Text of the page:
A cartoon from Barnett’s Notes.
The Sixth Circuit considered a case today that illustrates a trial lawyer indulging her dislike of opposing counsel.
Anna Mayday sued the Saginaw Public Library after she lost her job in the genealogy and history division. She alleged age discrimination and violation of the Family and Medical Leave Act. A jury poured her out.
On appeal, Ms. Mayday argued that trial counsel for the library poisoned the jury by making improper statements about Ms. Mayday’s lawyer. These included that "I have to sit back and just bite my knuckles" and that "it’s like nails on a chalkboard" while listening to opposing counsel. The district court had none of it, and the Sixth Circuit agreed, noting that "it is likely that [library counsel’s] demeanor and tactics negatively influenced her own client’s case as much as they might have Mayday’s." Mayday v. Public Libraries of Saginaw, No. 05-2637 (6th Cir. Mar. 28, 2007).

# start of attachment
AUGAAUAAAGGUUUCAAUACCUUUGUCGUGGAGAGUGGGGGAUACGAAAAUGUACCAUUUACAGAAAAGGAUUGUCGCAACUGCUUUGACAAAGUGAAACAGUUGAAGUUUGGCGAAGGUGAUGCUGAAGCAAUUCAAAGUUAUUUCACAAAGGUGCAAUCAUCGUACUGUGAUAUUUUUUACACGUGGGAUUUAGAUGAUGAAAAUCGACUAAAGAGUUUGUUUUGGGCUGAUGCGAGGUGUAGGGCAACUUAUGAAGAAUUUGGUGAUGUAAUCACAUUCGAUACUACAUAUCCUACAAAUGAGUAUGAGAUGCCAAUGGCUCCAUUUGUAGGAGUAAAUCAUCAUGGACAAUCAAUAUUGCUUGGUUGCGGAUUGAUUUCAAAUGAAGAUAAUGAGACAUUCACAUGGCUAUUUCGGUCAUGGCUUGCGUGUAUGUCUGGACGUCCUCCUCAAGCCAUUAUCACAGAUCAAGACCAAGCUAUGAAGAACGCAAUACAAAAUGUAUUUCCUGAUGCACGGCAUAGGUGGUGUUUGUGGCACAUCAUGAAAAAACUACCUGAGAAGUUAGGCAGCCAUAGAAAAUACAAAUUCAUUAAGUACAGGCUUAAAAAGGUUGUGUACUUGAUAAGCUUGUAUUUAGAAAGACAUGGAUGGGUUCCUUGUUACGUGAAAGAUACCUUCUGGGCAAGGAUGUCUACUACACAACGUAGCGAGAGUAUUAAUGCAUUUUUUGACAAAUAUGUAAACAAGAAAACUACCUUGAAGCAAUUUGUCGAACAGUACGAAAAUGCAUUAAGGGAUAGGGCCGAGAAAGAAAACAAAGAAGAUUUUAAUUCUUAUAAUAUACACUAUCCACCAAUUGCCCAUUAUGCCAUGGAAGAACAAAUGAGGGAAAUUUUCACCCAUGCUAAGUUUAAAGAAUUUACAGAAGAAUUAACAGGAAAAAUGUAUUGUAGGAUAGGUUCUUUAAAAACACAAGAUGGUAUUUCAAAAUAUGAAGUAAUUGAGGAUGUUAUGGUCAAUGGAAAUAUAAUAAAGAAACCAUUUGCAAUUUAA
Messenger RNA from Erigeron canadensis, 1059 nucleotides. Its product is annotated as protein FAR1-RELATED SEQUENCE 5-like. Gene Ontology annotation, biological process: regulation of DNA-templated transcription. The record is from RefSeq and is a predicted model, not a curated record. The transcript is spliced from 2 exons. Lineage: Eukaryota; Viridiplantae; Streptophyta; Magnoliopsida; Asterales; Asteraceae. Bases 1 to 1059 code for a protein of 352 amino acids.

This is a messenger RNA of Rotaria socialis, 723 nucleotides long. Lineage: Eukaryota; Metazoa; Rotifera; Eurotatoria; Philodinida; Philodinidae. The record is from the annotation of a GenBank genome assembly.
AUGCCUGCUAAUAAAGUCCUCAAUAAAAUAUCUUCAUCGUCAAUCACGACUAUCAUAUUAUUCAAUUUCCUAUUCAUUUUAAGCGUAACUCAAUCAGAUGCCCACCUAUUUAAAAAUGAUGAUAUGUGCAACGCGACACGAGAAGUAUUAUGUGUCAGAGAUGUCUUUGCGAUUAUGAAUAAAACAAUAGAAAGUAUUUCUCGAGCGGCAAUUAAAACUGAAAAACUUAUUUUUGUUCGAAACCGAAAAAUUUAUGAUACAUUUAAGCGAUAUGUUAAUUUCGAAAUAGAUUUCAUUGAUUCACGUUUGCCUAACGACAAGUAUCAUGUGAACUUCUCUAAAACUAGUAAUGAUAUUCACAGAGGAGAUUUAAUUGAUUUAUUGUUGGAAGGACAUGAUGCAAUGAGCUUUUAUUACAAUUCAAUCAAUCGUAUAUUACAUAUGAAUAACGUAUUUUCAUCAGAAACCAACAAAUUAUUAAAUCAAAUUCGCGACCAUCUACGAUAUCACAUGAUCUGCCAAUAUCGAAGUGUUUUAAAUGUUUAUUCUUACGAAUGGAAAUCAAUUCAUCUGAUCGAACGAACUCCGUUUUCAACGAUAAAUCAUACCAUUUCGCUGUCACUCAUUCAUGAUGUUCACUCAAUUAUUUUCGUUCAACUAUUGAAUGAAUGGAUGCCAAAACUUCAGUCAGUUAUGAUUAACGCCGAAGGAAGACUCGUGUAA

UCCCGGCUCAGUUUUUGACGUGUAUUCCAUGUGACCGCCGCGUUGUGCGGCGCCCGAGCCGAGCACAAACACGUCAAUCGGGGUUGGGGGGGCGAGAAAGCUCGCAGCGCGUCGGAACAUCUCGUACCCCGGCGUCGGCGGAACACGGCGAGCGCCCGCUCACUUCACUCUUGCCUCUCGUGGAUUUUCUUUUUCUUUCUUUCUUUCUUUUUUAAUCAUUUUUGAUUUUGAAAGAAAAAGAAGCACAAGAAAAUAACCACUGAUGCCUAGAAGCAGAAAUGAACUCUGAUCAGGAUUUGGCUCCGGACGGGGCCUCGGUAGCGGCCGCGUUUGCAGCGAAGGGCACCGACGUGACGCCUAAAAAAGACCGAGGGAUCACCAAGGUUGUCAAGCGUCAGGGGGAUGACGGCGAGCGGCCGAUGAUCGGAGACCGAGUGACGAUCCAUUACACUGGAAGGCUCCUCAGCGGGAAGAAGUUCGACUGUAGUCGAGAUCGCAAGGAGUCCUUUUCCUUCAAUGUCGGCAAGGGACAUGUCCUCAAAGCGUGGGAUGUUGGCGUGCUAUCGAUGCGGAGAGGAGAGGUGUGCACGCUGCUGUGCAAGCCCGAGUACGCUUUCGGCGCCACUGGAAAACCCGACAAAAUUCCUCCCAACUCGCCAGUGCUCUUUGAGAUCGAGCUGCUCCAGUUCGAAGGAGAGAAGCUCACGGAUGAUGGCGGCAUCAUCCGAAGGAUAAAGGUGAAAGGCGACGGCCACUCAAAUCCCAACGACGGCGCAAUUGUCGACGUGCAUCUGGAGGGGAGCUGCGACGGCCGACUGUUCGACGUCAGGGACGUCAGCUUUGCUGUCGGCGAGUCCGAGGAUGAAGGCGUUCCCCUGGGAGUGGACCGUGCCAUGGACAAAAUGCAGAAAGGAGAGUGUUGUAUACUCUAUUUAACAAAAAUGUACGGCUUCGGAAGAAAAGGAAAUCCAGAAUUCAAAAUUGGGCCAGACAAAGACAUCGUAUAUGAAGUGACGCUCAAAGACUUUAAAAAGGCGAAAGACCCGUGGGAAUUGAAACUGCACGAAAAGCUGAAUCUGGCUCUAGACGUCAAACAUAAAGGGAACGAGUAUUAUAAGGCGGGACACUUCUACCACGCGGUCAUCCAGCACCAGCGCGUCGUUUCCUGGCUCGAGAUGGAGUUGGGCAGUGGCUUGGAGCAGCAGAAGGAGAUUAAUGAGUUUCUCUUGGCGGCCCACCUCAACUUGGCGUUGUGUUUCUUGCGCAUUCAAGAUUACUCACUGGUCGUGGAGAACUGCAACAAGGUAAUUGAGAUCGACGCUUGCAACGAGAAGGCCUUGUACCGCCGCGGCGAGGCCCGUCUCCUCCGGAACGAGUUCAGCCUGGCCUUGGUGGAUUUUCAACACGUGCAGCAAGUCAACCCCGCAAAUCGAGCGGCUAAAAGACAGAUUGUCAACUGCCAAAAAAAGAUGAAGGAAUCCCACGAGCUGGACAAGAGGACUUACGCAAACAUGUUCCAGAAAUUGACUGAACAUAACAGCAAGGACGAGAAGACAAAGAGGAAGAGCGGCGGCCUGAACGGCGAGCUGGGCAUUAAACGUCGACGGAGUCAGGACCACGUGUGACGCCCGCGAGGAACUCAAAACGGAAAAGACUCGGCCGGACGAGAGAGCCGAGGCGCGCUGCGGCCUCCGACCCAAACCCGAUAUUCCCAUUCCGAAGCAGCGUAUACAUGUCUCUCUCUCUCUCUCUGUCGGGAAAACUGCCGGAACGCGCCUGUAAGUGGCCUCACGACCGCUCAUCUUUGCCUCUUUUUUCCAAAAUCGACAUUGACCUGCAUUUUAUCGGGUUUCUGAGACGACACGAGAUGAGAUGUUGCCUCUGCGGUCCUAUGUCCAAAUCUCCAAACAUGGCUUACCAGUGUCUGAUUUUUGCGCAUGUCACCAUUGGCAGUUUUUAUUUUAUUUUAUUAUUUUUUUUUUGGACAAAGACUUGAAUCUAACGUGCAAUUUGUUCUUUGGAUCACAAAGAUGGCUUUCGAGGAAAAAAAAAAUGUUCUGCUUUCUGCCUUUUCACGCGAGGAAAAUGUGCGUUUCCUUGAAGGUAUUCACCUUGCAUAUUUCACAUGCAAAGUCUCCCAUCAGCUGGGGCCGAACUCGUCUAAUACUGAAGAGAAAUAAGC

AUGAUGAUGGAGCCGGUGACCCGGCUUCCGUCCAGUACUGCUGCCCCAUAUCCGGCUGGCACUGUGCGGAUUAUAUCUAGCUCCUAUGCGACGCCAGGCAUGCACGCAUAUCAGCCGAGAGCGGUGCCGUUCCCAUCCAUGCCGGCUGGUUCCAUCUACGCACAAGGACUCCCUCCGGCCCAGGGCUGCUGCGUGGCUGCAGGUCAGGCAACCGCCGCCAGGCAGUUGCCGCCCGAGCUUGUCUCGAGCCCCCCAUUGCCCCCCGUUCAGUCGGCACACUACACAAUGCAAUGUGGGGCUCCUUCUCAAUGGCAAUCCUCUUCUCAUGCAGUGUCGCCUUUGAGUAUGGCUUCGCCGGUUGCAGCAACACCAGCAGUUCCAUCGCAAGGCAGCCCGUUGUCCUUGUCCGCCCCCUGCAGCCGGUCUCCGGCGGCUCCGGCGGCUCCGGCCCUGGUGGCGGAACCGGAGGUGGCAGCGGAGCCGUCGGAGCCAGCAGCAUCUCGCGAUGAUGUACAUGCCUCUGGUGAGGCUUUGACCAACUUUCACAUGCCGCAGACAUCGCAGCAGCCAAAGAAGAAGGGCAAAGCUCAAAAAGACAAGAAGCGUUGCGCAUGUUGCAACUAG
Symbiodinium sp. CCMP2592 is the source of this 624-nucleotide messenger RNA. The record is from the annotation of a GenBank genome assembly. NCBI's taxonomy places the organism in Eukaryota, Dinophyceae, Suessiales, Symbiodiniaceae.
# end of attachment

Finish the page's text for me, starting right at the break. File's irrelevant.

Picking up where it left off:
Blawgletter can imagine situations that may justify reminding jurors of bad behavior by opposing counsel. But let’s not personalize it. Channel those feelings; don’t indulge them.